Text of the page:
Insights, Oil and Gas

Unveiling Nigeria’s Carbon Market: Policies, Progress, and Prospects


World leaders gathered in Paris during the 2015 UN Climate Change Conference (COP21) to endorse the Paris Agreement; an International Energy Treaty grounded in the 1992 United Nations Framework Convention on Climate Change (UNFCCC). Within this pact, they committed to curbing the global rise in temperature to under 2 degrees Celsius above pre-industrial levels, aiming to avert the severe consequences of climate change. Their specific pledge included slashing greenhouse gas (GHG) emissions to 1.5?C by 2030. Nigeria ratified the Paris Agreement in May 2017 and formulated its Nationally Determined Contributions (NDCs), committing to a 20% emissions reduction below Business as Usual (BUA) levels by 2030. Notably, the targets set for the oil & gas sector include eliminating gas flaring entirely by 2030 and achieving a 60% reduction in fugitive methane emissions by 2031.

In 2021, Nigeria announced its net-zero commitment at COP26 in Glasgow. This was followed by the passing of Nigeria’s Climate Change Act 2021 and the subsequent establishment of the National Council on Climate Change (NCCC) vested with the powers to make policies on matters concerning climate change in Nigeria. The Act applies to all Ministries, Departments, Agencies, and public and private entities within the territorial boundaries of Nigeria aiming to foster the development and execution of mechanisms that promote a low-carbon, environmentally sustainable, and climate-resilient economy.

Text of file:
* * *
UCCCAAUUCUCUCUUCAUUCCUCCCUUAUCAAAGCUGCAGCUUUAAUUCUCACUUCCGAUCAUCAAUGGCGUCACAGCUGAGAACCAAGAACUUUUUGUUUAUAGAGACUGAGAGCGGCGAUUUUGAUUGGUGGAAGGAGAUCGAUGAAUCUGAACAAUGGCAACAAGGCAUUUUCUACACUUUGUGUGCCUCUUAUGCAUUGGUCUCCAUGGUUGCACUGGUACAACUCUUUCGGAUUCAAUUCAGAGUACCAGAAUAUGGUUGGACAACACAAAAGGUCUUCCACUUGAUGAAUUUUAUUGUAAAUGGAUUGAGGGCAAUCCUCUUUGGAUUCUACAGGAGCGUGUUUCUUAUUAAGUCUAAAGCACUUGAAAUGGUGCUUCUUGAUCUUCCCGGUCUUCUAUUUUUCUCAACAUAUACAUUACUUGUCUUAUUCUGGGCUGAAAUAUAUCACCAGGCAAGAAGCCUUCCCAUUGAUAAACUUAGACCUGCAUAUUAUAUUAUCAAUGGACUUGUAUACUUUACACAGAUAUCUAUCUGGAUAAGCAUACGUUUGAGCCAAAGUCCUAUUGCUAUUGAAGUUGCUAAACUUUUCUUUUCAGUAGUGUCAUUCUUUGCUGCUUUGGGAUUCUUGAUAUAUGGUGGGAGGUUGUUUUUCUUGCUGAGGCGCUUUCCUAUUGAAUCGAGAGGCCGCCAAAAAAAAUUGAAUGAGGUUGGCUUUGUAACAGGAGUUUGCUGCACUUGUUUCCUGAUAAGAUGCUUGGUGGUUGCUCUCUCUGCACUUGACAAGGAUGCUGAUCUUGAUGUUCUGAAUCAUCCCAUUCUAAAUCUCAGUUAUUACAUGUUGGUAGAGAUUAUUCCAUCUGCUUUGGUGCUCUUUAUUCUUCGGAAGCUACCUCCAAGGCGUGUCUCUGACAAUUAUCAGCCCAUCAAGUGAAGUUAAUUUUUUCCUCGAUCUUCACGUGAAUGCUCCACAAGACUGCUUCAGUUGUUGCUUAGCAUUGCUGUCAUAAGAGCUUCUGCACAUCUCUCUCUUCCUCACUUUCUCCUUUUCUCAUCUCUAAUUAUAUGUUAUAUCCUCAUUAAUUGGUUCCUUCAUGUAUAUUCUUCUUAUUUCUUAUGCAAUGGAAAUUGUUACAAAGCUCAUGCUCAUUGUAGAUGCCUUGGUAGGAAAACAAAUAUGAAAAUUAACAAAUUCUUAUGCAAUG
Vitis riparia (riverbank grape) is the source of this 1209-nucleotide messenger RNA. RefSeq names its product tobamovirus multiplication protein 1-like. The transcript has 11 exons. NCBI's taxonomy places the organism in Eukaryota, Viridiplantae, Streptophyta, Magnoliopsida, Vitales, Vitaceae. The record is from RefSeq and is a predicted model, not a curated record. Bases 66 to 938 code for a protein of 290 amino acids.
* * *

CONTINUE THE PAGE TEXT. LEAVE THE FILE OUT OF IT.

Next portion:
In a continued demonstration of its commitment, Nigeria, alongside several other African leaders, CEOs, and experts in carbon credits, launched the African Carbon Markets Initiative (ACMI) during the COP27 summit in November 2022. This initiative was conceived to encourage private investment in Africa’s energy development and significantly amplify Africa’s involvement in carbon credit markets. These markets enable foreign entities to purchase carbon credits, offsetting their carbon dioxide (CO2) emissions and thereby funding clean energy projects. The carbon credit market presents a significant opportunity for…


To read the full article, kindly download the PDF

Practice Key Contacts

More To Read

Concurrent Delay in Construction Contracts: A Pragmatic Perspective

Introduction Delays on construction projects are common, often creating disputes over responsibility, extension of time and liquidated damages. Concurrent delays, where both the contractor and

Innovating Finance: How IP Insurance Can Transform Nigerian Innovative Startups.

Introduction In the evolving global economy, intellectual property (IP) has emerged as a critical asset for businesses, especially for startups and innovation-driven enterprises. IP assets,